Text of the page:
Collaboration

Collaborative partnership is core to the AMOSS approach.

Based on the UK Obstetrics Surveillance System (UKOSS) exemplar, AMOSS continues to work closely with this group.

AMOSS is a founding member of the International Network of Obstetric Surveillance Systems (INOSS), a multi-country collaboration formed to facilitate studies of uncommon and severe complications of pregnancy and childbirth.

The value of a national surveillance network was demonstrated during the 2009 H1N1 epidemic, when AMOSS collaborated with the Australian and New Zealand Intensive Care Society (ANZICS) Clinical Trials Group to investigate the epidemiology of H1N1 in pregnant women admitted to intensive care in Australia and New Zealand. The ANZICs Clinical Trials Group and AMOSS co-authored a paper on the findings that was published in the British Medical Journal in March 2010.

Ongoing collaboration and partnership with Professional Colleges and other bodies includes the Royal Australia and New Zealand College of Obstetrics and Gynaecology (RANZCOG), Australian College of Midwives (ACM), Society of Obstetric Medicine of Australia & New Zealand (SOMANZ), Perinatal Society of Australia and New Zealand (PSANZ), ANZICS and jurisdictional and national bodies including the Perinatal and Maternal Mortality Review Committee (PMMRC) in New Zealand.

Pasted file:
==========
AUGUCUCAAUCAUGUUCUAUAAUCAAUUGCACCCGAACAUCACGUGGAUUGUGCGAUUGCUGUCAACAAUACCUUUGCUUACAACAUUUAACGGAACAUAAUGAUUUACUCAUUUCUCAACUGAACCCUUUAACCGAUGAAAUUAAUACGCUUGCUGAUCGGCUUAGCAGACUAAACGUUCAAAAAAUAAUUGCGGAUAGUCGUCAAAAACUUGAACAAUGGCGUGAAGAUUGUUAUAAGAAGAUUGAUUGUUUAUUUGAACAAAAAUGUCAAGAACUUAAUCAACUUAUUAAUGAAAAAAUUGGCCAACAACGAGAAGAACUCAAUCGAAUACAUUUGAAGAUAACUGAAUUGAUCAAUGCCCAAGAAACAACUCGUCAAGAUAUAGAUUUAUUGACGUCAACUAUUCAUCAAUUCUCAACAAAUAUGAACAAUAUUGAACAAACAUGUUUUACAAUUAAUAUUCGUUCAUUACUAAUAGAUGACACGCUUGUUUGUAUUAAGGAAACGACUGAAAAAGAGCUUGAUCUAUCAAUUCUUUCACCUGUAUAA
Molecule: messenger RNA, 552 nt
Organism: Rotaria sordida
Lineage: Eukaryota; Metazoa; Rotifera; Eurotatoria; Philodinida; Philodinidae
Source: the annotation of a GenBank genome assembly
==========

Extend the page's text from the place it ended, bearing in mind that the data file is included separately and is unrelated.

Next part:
Partnership with health services, community and peak bodies (such as RHDAustralia) has been developed since inception. In addition to surveillance and data collection of participating AMOSS sites, ongoing communication and dialogue promotes awareness and education. This is particularly important in conditions such as rheumatic heart disease in pregnancy, where missed diagnosis in this disease of (overall) low prevalence can have serious impact in pregnancy.

Partnership and funding initiatives support surveillance and research of selected maternal conditions that reflect public health priorities. We gratefully acknowledge our funding partners, including the Australian National Health and Medical Research Council (NHMRC), National Breast Foundation, International Vasa Previa Foundation, Australian Red Cross Blood Service and Royal Hospital for Women (current at December 2015)